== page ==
- The Washington Times - Friday, June 7, 2002

Gorgeous weather, caviar and champagne, top-notch guests and even an old-fashioned barrelhouse piano player from Greenville, Miss., weren't enough to turn Parents and Abducted Children Together's benefit into a joyous occasion at the British Embassy Tuesday night.
Not that anyone would have expected that at an event highlighting a cause so dear to British Ambassador Sir Christopher Meyer's wife, Catherine, whose own two sons were abducted and taken to Germany in 1994.
After fruitless attempts in various European courts to be reunited with the children her former husband had taken from her, Lady Meyer decided to use her tragic experience to raise awareness of parental child abduction as an international issue requiring urgent attention. In 1999, she founded PACT to battle criminal transportation and victimization across borders, help retrieve missing children and fund research projects to better understand and treat the long-term psychological damage to the victims.
"We are the 'left behind parents,'" she told guests, nervously transferring her microphone from one hand to the other as a hush descended on the flower-filled ballroom after dinner. "Thousands of children are abducted across international borders, and we face an inescapable web of legalities trying to get them back. It's a nightmare for parents but worse for the children in the end."
Lady. Meyer said she has seen Alexander, now 17, and Constantine, 15, "a total of 24 hours in the past eight years," the last time from the other side of a German courtroom two years ago. With no one not even heavyweight advocates such as first lady Laura Bush, Sen. Hillary Rodham Clinton and Henry Kissinger able to influence German authorities to remedy the situation, she must rely on personal friends for help.
They have come through handsomely.
"Your strong, deep, generous support has helped her to move on in the face of an international scandal," her husband told the 130-strong crowd who helped raise about $50,000 that night, including Catherine B. Reynolds (who added a $100,000 matching grant); Secretary of Housing and Urban Development Mel Martinez; Sens. John Warner and Gordon Smith; Reps. Steve Chabot and Robert Matsui; President Bush's sister, Doro Bush Koch; Houston socialite Lynn Wyatt, with her son Steve Wyatt and daughter-in-law Cate Magennis; Selwa S. (Lucky) Roosevelt; Kuwaiti Ambassador Sheikh Abdullah Al-Sabah; Colombian Ambassador Alberto Moreno; Arturo and Hilda Brillembourg; Brittain Cudlip and John Damgard; Lolo Sarnoff; Mel and SuEllen Estrin; Mandell and Mary Ourisman; Lloyd Hand; Ina Ginsburg; Marlene Malek; and John and JoAnn Mason.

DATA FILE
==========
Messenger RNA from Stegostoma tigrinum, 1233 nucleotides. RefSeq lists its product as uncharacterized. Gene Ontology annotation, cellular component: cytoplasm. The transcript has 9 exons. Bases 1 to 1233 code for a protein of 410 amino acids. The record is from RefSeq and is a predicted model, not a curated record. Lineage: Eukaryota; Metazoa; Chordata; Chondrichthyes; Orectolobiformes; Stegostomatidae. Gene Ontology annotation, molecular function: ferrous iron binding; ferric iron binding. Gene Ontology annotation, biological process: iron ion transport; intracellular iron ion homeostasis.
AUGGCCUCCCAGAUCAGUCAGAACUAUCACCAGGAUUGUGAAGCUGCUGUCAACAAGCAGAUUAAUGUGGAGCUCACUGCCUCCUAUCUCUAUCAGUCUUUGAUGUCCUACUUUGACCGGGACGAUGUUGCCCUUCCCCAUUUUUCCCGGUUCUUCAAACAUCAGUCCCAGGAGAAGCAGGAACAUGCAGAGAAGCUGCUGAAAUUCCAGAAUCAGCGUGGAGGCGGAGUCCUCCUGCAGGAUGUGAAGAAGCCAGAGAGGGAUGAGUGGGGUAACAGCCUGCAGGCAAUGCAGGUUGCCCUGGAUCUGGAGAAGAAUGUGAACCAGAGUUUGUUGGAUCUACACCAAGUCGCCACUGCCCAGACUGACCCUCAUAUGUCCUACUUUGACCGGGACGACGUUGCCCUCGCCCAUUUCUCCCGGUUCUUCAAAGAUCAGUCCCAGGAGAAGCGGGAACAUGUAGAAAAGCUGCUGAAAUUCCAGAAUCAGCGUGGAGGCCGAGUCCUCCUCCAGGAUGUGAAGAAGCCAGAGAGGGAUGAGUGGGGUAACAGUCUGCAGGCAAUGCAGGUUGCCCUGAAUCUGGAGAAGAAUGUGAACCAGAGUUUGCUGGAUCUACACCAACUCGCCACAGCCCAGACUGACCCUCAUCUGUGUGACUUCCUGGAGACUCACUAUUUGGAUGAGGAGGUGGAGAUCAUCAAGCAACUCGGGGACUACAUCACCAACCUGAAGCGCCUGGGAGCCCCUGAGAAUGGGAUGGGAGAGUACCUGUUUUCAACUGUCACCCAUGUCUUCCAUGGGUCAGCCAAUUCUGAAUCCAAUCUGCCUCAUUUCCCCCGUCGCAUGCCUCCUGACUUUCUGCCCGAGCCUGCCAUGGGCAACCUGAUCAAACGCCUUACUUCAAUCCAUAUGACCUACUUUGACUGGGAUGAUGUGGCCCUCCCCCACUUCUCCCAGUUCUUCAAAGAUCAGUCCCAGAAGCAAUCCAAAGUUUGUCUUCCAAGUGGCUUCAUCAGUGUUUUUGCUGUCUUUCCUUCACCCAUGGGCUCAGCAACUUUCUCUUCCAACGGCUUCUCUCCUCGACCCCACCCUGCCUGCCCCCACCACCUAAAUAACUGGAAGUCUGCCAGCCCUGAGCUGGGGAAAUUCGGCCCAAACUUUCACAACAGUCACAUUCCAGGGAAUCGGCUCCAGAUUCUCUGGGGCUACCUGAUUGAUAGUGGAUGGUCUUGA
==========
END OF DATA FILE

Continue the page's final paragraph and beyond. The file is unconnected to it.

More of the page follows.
Many of Lady Meyer's friends support her cause both here and in the United Kingdom, where a second fund-raising ball is being planned for October. Willee Lewis said she already had booked an entire table for that event, in addition to her $500 ticket for Tuesday's dinner.
Friends provided moral support as well. Like many others, Mrs. Lewis emphasized that Lady. Meyer faces seemingly insurmountable obstacles in her efforts to retrieve her children from the bureaucratic entanglements of the German justice system.
"Her ex-husband is a well-respected doctor from an old family in a small town, and that's why it's so tough to get people in Germany to help her," Mrs. Lewis noted, sounding hopeful that Lady. Meyer's sons soon will be old enough to decide for themselves if they want to see her. "They'll change their minds," she predicted, "when they find out she's written a book ("These Are My Children"), appeared on TV and is married to a prominent ambassador."
A number of guests came because they suffer the burden of having abducted children of their own.
Joseph Cooke and his wife, Rosemarie, traveled from New York City to help draw attention to the plight of Mr. Cooke's two daughters, who were abducted by his former wife 10 years ago and also taken to Germany. The couple have been unable to get them back, even though the children must live in a foster home because their birth mother is mentally disabled and unable to provide care. Both were born in the United States, and the Cookes have legal custody, but nothing seems to matter.
"The bureaucracy wears you out mentally and exhausts all of your funds. They think you are going to go away," Mrs. Cooke said, on the verge of tears, her eyes flashing, "but we are never going to go away."

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